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January 10, 2011

Callaway releases the new RAZR line of irons

Posted at 2:20 PM by David Dusek | Categories: Callaway, Irons

Callaway RAZR X_600x450 For more than a decade, Callaway's signature line of irons, the X Series, has made the company one of the dominant forces in the category. From the X-12 to the X-24 Hot, they blended forgiveness and power in game-improvement models, while better-player models incorporated more shot-shaping feel.

You can now say goodbye to the X Series and hello to three models of new RAZR irons. Yes, there's an X on the back of the club, but these irons are built on a different foundation from their predecessors.

The RAZR X (above) is a game-improvement iron that has a huge hitting area. Replacing the X-22 and X-24 Hot in Callaway's line, each of the eight irons in the standard RAZR X set is made using a new variable face thickness technology, which makes the hitting area thinner as you move away from the center. This feature broadens the sweet spot and maintains ball speed on off-center hits.

The weight shaved from the face, as well as other non-critical areas, has been placed in a new waffle-patterned, 30-gram weight in the back of the club.

Luke Williams, Callaway's director of product design, says, "We added the extension to the back, so it's not a part of the sole. It's relieved from the sole so it won't interfere with the way the club goes through the turf." It's also not visible to the golfer at address.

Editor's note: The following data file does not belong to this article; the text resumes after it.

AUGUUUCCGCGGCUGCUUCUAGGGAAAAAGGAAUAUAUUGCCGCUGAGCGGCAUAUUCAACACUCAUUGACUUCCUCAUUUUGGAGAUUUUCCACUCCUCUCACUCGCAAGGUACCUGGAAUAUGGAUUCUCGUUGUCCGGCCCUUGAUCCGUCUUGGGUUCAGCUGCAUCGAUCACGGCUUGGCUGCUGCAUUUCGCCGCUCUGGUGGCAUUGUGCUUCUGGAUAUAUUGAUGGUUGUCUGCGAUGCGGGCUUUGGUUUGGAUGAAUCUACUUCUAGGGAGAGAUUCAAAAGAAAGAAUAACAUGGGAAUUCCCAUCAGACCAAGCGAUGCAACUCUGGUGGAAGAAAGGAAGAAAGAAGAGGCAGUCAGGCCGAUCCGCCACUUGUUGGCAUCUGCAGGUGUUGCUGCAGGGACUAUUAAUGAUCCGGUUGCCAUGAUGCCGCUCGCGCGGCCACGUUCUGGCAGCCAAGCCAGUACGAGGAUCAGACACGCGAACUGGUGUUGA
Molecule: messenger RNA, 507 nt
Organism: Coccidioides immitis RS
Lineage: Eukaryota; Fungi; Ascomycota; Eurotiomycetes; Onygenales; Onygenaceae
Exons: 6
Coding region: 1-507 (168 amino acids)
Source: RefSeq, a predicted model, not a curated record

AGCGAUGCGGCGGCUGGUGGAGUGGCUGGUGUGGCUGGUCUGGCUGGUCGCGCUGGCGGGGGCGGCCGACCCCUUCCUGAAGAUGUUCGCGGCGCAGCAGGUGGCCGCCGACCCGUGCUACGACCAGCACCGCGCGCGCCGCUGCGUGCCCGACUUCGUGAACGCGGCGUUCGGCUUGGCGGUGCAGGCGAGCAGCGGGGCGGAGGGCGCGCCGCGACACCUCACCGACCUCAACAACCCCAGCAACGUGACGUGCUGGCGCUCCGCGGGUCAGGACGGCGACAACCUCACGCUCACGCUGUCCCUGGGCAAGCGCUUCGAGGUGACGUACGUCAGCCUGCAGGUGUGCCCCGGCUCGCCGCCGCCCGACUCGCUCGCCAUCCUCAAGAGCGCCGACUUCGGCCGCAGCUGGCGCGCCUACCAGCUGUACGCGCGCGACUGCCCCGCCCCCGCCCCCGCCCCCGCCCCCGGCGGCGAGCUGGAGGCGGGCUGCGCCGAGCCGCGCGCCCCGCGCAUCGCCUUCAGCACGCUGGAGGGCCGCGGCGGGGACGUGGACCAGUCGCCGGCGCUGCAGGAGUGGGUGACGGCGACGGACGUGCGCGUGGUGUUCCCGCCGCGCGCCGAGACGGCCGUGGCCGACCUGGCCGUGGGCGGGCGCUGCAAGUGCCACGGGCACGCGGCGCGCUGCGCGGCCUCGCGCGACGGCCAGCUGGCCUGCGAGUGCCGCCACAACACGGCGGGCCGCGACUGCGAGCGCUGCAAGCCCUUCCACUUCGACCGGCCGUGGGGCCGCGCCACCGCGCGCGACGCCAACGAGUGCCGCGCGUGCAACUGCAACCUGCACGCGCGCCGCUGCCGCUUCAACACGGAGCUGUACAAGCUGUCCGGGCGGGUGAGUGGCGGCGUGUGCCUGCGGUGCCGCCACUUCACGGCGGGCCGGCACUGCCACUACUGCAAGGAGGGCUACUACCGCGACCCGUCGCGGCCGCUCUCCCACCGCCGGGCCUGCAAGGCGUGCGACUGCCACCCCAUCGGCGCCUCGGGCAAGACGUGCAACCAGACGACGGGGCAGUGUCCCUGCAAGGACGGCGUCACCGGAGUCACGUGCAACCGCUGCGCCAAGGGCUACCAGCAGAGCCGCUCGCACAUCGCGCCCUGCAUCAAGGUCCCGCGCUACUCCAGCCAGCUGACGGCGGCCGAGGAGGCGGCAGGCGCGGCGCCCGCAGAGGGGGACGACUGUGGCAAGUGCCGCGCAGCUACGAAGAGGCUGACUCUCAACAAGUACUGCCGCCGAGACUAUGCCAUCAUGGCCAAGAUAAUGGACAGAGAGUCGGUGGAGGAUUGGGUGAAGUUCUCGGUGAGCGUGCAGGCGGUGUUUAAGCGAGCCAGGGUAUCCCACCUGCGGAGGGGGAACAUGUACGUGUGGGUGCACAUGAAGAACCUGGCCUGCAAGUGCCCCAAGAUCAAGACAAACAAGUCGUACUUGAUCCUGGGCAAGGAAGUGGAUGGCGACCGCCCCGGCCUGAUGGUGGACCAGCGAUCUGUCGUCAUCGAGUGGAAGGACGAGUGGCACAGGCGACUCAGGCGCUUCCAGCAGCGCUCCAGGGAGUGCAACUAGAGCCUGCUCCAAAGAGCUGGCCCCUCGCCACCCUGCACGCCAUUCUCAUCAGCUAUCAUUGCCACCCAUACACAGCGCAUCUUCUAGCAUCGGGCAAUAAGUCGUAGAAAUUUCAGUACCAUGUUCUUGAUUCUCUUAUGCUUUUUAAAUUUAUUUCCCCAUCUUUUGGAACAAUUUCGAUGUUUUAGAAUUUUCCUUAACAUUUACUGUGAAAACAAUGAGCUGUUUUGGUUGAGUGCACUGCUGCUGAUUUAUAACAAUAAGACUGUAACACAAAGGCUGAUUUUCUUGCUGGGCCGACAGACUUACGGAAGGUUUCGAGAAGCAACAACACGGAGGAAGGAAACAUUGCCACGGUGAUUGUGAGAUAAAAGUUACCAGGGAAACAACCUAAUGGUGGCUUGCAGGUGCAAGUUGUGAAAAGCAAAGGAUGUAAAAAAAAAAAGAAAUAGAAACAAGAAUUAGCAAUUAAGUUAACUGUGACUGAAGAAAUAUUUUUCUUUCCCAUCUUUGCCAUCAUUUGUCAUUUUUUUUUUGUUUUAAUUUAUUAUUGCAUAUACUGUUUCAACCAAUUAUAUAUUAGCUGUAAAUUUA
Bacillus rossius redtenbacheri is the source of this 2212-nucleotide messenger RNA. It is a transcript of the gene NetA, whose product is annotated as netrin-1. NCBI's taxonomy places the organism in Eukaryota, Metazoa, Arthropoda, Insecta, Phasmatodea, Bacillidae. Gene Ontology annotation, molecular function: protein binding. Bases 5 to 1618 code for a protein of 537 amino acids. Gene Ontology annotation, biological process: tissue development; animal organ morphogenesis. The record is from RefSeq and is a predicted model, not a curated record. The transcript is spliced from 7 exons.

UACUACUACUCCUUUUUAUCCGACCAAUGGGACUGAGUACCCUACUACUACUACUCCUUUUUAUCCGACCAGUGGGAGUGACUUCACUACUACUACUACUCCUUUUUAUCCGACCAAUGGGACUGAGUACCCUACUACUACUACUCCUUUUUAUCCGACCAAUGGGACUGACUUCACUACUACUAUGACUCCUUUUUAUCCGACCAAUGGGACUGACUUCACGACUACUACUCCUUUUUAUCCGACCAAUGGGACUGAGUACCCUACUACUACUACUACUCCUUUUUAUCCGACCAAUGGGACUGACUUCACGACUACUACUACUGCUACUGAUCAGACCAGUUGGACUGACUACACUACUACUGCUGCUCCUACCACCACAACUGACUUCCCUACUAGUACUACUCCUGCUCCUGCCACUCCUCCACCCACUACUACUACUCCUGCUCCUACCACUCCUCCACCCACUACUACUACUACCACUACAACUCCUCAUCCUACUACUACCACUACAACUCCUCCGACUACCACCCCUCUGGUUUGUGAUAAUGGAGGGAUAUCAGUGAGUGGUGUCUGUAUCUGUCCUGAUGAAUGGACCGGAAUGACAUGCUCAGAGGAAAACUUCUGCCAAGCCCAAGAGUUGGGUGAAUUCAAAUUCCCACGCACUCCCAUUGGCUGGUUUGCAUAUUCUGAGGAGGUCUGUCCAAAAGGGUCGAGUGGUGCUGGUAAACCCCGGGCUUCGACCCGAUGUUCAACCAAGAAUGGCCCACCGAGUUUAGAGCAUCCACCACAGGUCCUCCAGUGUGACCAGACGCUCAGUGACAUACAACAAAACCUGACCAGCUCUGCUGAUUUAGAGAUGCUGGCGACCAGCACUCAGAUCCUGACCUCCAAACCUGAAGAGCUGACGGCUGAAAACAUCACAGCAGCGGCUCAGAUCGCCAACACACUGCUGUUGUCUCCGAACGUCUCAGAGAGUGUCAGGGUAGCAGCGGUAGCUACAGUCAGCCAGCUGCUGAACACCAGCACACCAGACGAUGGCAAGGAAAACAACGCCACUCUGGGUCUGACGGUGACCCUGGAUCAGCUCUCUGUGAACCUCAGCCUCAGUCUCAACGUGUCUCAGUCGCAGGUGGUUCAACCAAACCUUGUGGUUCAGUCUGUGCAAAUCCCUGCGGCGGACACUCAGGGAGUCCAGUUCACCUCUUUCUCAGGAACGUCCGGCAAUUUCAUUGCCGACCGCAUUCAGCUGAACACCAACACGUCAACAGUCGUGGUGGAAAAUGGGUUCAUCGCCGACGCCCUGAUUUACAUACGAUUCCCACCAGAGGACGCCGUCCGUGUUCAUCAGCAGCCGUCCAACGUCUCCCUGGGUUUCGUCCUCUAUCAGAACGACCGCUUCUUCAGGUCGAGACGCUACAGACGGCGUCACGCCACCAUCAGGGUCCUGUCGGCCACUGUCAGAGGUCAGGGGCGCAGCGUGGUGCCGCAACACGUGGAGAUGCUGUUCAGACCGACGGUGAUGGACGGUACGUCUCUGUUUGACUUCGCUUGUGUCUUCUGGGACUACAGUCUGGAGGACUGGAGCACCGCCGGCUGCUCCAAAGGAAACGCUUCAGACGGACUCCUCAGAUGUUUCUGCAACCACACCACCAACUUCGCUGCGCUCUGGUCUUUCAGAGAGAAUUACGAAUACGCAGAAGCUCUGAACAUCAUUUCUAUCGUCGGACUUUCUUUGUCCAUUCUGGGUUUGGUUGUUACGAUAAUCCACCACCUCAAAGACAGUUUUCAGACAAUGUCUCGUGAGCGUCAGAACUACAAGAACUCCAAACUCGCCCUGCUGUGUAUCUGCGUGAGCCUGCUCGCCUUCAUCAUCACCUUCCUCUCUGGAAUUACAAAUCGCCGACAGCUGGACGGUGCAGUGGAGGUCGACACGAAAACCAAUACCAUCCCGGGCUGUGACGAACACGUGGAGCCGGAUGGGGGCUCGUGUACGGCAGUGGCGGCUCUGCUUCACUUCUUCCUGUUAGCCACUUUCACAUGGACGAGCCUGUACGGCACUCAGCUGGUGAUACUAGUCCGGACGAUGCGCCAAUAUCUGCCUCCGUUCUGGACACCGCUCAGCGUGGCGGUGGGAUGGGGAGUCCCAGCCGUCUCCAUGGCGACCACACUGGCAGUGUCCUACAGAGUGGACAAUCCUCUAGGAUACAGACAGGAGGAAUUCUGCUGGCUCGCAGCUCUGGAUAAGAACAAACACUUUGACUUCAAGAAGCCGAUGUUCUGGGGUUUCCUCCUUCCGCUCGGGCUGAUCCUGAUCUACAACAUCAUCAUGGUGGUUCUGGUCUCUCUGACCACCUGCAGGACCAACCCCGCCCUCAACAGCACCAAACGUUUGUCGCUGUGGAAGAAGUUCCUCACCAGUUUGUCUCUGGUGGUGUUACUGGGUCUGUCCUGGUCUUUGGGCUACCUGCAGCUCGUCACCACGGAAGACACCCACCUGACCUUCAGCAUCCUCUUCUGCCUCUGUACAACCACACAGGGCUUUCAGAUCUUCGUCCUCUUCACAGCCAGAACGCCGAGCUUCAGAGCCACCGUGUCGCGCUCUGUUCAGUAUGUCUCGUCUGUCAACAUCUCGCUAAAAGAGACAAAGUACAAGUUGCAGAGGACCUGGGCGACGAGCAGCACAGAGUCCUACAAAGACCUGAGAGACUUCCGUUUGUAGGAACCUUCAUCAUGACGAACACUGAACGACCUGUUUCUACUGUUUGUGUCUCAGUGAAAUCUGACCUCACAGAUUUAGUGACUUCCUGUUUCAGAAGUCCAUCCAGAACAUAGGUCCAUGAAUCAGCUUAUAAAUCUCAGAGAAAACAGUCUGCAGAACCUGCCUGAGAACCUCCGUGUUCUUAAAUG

The center of gravity (CG) in the new RAZR X is 12% lower and 15% deeper than the X-22, so shots hit lower in the face should fly higher. And because the CG is so low, Callaway designers were able to strengthen the lofts of the RAZR X irons to give you more distance.

Callaway RAZR X Tour_600x450 The same RAZR weight system can also be found in the new RAZR Tour irons (right), designed for better players and mid-handicappers.

"What we've done [with the RAZR X Tour] is maintain the narrower sole width, which better players tend to prefer." Williams says. "But by repositioning the weight in the cavity lower and deeper in the iron we've been able to drive the center of gravity lower and deeper." However, in the Tour model, the re-positioned RAZR weight is smaller.

There's less offset in the RAZR X Tour irons when compared with the RAZR X, but once again, because the CG has been driven so low and deep, Callaway strengthened the lofts of the RAZR X Tours.

Callaway RAZR X Forged_600x450 Potential club champs, tour pros and low-handicap players won't find much offset at all in the RAZR X Forged irons. But they should get lots of feel because these clubs are forged from 1020 carbon steel.

The waffle pattern on the back of these clubs is purely cosmetic—the RAZR weighting system found in the RAZR X and RAZR X Tour is not a part of the RAZR X Forged irons.

With a narrow sole and thin topline, the RAZR X Forged irons have a classic look at address.

"This is the only iron in our line that's forged," Williams says. "So it's got the feel of a forged iron [which many Tour pros prefer], and it's got our new Competition grooves, which in this club we can forge into the faces. We can control the grooves much more effectively in a forging than in a casting."

All three RAZR irons should start arriving in pro shops in mid-February. The RAZR X will start at $699 for eight steel-shafted clubs, but combo sets featuring two hybrids in place of the 3- and 4-irons will also be available ($799 steel/$899 graphite). The RAZR X Tour will sell for about $799 for eight irons, $899 for a two-hybrid combo set. Look for the RAZR X Forged to come in around $899 dollars.

See-Try-Buy: Learn more about Callaway and schedule your fitting with GolfTEC or Golfsmith.

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